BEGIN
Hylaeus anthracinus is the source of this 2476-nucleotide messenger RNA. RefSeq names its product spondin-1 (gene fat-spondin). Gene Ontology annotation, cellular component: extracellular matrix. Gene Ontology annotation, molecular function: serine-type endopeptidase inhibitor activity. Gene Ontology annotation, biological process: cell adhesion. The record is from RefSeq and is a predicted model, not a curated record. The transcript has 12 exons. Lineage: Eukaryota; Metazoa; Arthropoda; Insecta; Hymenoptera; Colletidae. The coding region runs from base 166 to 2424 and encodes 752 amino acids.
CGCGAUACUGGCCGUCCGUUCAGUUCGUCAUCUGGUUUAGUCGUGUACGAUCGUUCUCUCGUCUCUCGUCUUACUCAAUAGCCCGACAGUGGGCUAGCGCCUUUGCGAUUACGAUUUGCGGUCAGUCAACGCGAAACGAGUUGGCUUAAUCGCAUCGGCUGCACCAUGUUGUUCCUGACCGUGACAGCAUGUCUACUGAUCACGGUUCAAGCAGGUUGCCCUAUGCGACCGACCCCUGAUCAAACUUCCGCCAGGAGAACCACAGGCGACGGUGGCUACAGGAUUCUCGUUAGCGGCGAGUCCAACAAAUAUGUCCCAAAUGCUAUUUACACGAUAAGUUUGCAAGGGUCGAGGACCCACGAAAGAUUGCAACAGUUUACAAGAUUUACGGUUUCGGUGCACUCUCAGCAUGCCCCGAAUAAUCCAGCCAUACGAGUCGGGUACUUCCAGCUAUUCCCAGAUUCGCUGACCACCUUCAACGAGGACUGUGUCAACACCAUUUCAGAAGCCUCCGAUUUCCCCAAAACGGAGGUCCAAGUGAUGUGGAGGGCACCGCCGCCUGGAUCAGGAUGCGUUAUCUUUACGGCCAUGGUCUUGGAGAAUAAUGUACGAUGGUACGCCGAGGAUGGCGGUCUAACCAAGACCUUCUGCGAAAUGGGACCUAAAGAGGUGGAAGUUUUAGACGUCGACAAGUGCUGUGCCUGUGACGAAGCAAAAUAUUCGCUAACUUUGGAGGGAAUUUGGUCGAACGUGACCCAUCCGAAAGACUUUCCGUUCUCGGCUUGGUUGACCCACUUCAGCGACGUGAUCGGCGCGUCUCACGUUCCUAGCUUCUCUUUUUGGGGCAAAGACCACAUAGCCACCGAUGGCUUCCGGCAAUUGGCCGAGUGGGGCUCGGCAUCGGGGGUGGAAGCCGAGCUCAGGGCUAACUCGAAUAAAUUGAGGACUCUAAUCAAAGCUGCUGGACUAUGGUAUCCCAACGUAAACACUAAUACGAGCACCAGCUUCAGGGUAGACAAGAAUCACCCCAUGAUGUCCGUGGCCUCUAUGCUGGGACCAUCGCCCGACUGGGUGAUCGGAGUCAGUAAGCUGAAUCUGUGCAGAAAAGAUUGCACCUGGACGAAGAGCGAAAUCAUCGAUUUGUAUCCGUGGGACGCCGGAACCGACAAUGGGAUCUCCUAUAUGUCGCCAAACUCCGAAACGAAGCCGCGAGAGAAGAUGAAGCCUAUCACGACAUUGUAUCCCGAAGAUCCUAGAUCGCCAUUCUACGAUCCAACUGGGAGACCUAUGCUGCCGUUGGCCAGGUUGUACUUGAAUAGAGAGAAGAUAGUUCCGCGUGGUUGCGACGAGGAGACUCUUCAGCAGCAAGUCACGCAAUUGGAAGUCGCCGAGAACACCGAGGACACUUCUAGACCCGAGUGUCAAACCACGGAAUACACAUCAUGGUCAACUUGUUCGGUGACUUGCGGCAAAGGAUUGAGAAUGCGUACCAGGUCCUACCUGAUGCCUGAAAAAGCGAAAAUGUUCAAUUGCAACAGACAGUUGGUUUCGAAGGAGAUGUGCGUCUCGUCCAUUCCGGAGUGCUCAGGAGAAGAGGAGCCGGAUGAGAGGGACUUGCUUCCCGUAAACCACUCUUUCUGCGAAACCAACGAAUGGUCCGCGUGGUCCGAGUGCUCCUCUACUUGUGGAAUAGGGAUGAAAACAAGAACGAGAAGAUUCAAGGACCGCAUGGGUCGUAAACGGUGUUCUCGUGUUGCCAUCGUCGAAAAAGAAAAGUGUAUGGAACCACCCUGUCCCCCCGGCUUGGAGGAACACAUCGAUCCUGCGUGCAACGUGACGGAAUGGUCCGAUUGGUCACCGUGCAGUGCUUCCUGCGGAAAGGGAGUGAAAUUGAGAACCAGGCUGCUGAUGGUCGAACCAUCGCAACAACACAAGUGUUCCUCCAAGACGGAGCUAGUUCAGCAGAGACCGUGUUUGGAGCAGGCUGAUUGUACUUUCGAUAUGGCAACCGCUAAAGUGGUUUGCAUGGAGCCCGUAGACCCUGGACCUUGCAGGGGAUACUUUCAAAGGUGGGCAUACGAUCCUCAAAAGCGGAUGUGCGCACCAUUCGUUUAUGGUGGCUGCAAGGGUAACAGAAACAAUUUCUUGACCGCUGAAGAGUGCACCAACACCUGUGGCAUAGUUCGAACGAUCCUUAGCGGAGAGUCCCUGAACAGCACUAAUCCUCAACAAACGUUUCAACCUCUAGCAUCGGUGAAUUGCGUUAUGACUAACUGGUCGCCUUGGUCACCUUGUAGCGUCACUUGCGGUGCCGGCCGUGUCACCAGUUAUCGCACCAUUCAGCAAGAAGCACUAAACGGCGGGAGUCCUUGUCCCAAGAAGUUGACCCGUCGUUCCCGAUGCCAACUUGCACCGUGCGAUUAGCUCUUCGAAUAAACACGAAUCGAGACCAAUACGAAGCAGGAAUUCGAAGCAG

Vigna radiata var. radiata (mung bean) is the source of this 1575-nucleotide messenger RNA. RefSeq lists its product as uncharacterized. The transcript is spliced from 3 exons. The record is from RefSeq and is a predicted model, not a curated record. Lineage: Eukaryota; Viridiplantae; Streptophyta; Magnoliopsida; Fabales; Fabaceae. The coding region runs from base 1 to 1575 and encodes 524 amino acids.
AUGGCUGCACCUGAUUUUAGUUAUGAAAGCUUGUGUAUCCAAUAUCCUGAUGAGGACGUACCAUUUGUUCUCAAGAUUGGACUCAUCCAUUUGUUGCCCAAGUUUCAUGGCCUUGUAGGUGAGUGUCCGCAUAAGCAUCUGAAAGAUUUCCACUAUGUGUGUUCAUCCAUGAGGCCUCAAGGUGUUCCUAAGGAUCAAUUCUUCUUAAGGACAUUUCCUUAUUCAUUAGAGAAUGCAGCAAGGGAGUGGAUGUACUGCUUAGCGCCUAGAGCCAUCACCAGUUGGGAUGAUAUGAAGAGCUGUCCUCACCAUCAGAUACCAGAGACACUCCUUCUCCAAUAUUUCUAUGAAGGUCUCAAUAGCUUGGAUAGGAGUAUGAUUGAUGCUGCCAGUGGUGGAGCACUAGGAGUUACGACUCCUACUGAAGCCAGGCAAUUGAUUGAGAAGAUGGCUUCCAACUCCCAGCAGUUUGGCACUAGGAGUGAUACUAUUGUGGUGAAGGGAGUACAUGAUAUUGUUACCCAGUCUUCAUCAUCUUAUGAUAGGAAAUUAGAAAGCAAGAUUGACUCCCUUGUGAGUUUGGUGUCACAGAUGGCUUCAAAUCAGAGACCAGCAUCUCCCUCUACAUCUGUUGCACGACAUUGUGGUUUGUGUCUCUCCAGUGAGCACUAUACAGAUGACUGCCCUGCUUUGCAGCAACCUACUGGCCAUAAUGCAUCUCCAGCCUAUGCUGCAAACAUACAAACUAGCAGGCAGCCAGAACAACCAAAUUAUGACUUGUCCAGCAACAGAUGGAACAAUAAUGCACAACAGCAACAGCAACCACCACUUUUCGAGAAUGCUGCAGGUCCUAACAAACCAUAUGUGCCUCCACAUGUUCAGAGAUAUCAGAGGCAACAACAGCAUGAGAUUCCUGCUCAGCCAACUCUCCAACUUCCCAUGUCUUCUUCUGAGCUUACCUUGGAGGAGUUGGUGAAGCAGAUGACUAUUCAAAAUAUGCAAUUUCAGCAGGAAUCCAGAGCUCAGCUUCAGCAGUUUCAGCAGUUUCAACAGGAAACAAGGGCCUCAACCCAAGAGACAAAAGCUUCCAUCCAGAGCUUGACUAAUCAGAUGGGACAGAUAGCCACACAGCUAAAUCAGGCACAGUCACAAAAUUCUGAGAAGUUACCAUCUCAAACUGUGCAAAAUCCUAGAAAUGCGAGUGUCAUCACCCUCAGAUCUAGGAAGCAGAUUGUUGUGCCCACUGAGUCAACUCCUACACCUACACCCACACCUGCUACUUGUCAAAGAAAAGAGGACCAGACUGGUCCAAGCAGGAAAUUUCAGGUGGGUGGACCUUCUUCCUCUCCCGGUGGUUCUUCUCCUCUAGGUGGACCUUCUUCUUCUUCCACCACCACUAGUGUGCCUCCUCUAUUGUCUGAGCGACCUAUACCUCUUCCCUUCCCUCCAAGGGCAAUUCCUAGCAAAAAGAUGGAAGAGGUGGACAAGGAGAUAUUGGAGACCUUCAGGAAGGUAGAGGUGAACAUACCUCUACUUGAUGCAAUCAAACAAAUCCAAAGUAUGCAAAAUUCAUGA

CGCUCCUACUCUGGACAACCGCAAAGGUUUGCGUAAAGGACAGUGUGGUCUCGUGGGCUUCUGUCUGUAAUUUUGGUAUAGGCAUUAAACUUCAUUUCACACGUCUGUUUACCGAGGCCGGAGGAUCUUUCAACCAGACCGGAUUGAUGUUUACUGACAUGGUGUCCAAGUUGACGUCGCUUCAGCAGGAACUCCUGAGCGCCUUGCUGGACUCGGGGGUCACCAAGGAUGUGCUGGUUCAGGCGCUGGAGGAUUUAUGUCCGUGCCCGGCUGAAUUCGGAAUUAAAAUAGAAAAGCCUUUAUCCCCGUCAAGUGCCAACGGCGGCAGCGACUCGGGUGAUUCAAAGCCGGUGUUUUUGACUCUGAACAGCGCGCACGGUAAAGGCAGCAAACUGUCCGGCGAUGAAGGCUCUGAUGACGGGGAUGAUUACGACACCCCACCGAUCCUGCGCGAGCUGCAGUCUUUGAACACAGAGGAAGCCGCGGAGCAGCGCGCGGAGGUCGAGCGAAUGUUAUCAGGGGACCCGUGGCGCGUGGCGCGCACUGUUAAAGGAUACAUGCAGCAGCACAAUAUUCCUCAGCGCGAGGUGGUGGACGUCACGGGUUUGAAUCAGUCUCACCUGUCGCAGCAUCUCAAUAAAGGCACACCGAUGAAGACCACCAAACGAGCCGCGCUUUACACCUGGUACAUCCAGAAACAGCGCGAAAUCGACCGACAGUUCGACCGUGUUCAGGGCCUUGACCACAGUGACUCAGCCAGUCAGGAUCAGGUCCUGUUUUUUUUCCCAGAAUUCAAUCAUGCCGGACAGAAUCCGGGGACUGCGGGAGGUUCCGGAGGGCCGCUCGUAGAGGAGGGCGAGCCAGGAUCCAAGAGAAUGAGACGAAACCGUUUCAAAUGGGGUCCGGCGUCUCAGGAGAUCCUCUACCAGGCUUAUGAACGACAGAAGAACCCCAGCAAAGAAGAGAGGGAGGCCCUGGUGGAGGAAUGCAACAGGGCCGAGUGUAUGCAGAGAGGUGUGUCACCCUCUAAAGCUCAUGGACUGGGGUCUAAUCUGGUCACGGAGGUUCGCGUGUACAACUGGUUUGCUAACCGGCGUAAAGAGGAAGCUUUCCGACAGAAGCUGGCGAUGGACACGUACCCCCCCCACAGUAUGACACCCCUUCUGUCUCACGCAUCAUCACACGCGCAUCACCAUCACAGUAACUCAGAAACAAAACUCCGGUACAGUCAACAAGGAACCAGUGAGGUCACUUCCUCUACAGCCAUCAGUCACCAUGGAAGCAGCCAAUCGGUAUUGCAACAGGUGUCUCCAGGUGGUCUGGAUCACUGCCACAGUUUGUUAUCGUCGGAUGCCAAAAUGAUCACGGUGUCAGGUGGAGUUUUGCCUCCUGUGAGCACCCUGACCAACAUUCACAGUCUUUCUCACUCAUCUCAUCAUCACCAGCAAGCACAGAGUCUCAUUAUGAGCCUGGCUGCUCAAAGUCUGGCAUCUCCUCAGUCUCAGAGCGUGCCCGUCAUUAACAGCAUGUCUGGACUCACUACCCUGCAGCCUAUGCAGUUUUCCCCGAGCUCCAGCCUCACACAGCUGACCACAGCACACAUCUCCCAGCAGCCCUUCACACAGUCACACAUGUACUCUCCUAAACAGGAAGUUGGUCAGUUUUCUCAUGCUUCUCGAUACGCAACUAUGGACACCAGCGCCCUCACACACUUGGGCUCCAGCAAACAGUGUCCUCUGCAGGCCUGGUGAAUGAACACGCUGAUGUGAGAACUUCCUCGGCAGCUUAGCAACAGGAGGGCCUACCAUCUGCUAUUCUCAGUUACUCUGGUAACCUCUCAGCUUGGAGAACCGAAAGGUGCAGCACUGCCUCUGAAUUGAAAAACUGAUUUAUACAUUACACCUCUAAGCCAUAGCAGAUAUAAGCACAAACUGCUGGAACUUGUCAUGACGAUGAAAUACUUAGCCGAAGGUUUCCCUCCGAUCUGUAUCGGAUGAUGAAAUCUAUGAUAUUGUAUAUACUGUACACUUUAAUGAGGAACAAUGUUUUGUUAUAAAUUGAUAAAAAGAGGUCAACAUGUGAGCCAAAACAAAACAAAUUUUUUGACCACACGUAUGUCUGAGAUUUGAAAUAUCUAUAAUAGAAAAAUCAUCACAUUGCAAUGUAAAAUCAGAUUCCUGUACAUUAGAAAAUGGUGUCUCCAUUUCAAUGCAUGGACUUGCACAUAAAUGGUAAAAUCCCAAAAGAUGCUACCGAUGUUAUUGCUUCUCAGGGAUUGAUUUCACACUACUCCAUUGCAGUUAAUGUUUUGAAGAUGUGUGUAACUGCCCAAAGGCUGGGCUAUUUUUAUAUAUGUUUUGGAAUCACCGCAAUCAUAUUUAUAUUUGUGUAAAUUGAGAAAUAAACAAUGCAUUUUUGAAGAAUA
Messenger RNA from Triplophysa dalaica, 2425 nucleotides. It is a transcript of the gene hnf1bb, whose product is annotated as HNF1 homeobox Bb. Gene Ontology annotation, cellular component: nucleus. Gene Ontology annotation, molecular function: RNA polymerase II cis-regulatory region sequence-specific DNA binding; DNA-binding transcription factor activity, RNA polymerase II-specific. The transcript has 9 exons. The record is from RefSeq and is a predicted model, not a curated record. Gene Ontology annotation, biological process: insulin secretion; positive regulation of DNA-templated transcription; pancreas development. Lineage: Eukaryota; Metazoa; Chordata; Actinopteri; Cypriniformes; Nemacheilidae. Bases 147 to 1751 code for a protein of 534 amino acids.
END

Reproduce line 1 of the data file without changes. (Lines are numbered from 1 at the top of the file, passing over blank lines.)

Hylaeus anthracinus is the source of this 2476-nucleotide messenger RNA. RefSeq names its product spondin-1 (gene fat-spondin). Gene Ontology annotation, cellular component: extracellular matrix. Gene Ontology annotation, molecular function: serine-type endopeptidase inhibitor activity. Gene Ontology annotation, biological process: cell adhesion. The record is from RefSeq and is a predicted model, not a curated record. The transcript has 12 exons. Lineage: Eukaryota; Metazoa; Arthropoda; Insecta; Hymenoptera; Colletidae. The coding region runs from base 166 to 2424 and encodes 752 amino acids.